Students at Byrd Elementary School head home after a day at school Wednesday. The Selma City School Board is set to vote on a proposed plan that would close Byrd, along with School of Discovery and Phoenix School. If the plan is approved, the schools would be closed beginning with the 2012-2013 school year. -- Chris Wasson

School closure vote to be held

Published 10:35pm Wednesday, May 11, 2011

The debate and deliberations over whether to close three Selma City Schools has continued all the way to less than 24 hours before a potentially deciding vote.

With only hours remaining before the Selma City School Board meets at Payne Elementary School Thursday evening to vote on a plan that calls for three schools to be shuttered, some principals and board members are still not satisfied with the process led by Selma superintendent of education Donald Jefferson.

Each of the three targeted schools are located in the district of board member Frank Chestnut Jr., who said he would like to see figures for all of the schools before a decision is made.

“I think that a decision is tough unless we can put specific numbers with specific schools, and that should include all schools,” Chestnut said. “I don’t think it would be fair to close any schools without solid numbers and solid data.”

Though a lot of information has been made available, Byrd Elementary School principal Beth Taylor, whose school is one of the three proposed to be closed, said she agrees with Chestnut and would like to see system-wide figures.

“The information that is out there is good, but do I think it is all the information? No,” Taylor said.

The proposed plan calls for the closure of Byrd Elementary, School of Discovery and Phoenix School.

The board’s meeting at Payne Elementary School will begin at 6 p.m. and is the board’s regularly scheduled meeting for the month of May.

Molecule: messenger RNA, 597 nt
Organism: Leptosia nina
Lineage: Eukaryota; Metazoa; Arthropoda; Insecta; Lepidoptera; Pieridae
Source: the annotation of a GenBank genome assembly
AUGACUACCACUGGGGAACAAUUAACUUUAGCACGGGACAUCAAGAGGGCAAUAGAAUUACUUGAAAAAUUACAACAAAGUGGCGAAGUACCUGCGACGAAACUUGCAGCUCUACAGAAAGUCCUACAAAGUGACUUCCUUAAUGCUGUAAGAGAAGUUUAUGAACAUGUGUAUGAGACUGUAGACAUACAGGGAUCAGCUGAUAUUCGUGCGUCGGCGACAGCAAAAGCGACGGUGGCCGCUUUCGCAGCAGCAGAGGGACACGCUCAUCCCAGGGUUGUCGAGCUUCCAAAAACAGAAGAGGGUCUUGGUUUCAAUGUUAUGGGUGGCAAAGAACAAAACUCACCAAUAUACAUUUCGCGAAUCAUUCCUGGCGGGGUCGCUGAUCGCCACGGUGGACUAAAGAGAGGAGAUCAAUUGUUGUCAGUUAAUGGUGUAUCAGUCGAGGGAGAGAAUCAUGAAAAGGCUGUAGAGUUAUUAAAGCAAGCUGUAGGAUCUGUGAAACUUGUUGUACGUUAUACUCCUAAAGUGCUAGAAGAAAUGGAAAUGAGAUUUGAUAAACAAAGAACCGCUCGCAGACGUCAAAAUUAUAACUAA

The research, Jefferson said, was conducted before he took over the office in an interim, and eventually permanent role.

Jefferson said it is never a pleasant experience to close schools, but added it could be for the best.

“If we do have to close any schools it will be a sad day for everyone,” he said. “It’s like a patient who is going to have a limb amputated. It’s tough, but you have to do it for the overall health. That’s how I feel. You don’t want to have to close any schools, but it can also make the system run more efficiently.”

Jefferson said going from 11 to nine schools could make a big difference in the system’s bottom line. The savings could be as much as $500,000 per year.

Despite the numerous discussions, town hall meetings and figures made available, board member Holland Powell said there is still work to be done before an informed decision can be made. Powell said he would like to see more accurate information.

“The information is different each time it is presented so it is difficult to know what the real impact is,” he said. “This speaks to the leadership at the central office and lack of what I believe is a complete understanding of the real financial position of the school system.”

The board, Powell said, only has veto power and the superintendent is the one who can offer recommendations according to state law.

When the final decision is made, Taylor said she hopes the thoughts and feelings of parents are taken into consideration.

“If they truly listened to the people at the town hall meetings there is only one way they could vote,” she said.

Chestnut agreed, saying the closures can be harmful to the students and their neighborhoods.

“When you close schools in a community you leave empty holes and empty hearts,” Chestnut said. “We also have no transit system and these kids are walking so we are endangering them.”

Attempts to reach school board president Henry Hicks Jr. and School of Discovery principal Gerald Shirley were unsuccessful.

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